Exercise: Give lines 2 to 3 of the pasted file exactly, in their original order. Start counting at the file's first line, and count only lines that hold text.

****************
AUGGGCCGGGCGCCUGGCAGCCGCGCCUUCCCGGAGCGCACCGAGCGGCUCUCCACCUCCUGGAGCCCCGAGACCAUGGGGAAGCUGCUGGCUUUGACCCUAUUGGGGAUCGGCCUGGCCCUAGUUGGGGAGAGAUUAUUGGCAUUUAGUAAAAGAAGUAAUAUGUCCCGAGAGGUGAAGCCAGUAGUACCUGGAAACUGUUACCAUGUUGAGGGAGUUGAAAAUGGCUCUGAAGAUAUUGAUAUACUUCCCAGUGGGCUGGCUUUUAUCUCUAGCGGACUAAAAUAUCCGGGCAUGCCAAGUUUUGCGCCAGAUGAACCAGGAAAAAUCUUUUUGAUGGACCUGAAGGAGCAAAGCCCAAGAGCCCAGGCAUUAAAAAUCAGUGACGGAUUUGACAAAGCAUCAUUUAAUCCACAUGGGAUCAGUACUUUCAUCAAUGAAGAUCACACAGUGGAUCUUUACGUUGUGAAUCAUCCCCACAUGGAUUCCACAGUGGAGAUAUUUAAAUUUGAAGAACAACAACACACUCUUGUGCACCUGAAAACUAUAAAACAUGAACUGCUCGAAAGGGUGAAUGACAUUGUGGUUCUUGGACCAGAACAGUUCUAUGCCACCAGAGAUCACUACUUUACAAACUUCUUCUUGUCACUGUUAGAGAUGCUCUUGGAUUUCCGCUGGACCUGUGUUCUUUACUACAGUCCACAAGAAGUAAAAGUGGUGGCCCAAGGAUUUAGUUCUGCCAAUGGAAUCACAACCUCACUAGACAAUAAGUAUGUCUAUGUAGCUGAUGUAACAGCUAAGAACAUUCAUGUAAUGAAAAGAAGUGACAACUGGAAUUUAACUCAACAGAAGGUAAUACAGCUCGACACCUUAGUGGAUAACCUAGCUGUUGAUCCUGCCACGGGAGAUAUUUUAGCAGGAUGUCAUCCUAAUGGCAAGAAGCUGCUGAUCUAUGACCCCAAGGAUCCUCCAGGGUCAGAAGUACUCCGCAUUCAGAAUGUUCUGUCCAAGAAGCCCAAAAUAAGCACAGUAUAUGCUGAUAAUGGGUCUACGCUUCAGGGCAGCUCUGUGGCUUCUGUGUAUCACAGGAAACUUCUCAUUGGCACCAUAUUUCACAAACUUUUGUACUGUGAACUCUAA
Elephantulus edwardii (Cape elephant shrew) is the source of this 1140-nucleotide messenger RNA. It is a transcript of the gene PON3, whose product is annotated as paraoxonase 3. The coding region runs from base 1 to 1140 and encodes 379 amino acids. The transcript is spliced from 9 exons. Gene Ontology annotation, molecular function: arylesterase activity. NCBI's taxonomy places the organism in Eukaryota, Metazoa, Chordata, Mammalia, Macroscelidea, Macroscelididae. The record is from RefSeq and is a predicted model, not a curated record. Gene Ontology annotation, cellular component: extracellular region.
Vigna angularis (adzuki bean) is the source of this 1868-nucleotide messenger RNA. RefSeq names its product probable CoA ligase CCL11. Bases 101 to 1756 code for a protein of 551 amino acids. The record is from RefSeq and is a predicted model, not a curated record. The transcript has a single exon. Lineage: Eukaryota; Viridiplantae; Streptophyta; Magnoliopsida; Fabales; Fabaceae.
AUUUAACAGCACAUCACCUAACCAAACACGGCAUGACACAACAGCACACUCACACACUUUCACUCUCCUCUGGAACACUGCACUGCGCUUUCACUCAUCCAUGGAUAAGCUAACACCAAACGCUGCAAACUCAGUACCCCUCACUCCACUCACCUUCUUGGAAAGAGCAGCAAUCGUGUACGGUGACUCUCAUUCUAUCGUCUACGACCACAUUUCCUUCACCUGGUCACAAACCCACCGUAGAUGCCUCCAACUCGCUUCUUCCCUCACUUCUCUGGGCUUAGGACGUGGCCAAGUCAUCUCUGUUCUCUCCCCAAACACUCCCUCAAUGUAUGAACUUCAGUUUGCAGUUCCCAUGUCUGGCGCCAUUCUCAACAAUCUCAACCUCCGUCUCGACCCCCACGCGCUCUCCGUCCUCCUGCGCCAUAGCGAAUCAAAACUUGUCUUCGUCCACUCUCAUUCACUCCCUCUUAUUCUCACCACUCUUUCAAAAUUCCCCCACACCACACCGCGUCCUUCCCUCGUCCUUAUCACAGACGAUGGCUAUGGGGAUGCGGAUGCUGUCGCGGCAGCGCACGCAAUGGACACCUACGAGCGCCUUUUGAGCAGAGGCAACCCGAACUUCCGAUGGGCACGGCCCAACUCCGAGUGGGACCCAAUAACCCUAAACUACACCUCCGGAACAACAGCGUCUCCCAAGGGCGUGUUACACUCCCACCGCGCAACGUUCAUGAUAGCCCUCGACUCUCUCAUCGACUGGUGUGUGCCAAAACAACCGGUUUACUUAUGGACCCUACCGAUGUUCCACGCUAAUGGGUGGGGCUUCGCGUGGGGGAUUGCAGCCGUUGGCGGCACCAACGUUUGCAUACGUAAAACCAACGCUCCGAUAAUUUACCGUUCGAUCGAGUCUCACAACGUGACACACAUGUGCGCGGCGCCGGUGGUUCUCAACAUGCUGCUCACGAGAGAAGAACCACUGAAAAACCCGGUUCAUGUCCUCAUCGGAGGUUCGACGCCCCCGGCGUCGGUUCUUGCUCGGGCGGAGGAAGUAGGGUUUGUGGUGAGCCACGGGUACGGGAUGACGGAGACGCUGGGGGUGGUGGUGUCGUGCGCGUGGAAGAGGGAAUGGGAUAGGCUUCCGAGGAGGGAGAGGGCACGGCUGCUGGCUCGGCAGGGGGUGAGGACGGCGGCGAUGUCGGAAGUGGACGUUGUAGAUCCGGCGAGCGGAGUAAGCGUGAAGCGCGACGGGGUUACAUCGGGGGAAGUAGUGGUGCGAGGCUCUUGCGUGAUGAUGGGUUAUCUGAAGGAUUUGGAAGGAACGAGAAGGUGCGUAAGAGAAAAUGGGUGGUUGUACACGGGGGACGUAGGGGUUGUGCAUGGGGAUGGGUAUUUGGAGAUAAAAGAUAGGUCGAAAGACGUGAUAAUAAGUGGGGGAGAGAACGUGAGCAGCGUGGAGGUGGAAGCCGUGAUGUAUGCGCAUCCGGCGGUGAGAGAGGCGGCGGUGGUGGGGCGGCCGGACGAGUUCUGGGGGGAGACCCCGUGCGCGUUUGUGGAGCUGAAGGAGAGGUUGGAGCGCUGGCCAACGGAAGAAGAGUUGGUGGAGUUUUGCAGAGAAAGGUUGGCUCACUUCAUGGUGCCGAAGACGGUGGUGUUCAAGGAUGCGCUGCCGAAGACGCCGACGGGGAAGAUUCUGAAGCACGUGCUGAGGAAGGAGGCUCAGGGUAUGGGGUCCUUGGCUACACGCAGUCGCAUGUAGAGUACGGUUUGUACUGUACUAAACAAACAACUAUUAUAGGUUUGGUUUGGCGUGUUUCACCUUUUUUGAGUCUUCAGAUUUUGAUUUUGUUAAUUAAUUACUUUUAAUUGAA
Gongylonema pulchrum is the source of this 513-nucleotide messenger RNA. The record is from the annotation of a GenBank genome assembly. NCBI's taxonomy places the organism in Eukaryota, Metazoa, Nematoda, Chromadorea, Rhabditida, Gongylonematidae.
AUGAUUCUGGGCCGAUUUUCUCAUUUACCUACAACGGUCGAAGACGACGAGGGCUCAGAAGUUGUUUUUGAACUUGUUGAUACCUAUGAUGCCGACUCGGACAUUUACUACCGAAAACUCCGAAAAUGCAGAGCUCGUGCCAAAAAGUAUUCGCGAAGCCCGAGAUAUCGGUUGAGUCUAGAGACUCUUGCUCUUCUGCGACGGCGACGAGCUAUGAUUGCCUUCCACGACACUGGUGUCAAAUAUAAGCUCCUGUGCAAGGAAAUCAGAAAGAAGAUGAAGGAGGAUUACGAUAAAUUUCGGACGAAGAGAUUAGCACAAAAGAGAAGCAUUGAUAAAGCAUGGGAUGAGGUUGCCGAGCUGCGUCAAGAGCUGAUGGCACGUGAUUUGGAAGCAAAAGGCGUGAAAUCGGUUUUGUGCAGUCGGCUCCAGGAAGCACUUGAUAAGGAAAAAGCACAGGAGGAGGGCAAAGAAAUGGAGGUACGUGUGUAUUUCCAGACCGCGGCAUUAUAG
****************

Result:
Elephantulus edwardii (Cape elephant shrew) is the source of this 1140-nucleotide messenger RNA. It is a transcript of the gene PON3, whose product is annotated as paraoxonase 3. The coding region runs from base 1 to 1140 and encodes 379 amino acids. The transcript is spliced from 9 exons. Gene Ontology annotation, molecular function: arylesterase activity. NCBI's taxonomy places the organism in Eukaryota, Metazoa, Chordata, Mammalia, Macroscelidea, Macroscelididae. The record is from RefSeq and is a predicted model, not a curated record. Gene Ontology annotation, cellular component: extracellular region.
Vigna angularis (adzuki bean) is the source of this 1868-nucleotide messenger RNA. RefSeq names its product probable CoA ligase CCL11. Bases 101 to 1756 code for a protein of 551 amino acids. The record is from RefSeq and is a predicted model, not a curated record. The transcript has a single exon. Lineage: Eukaryota; Viridiplantae; Streptophyta; Magnoliopsida; Fabales; Fabaceae.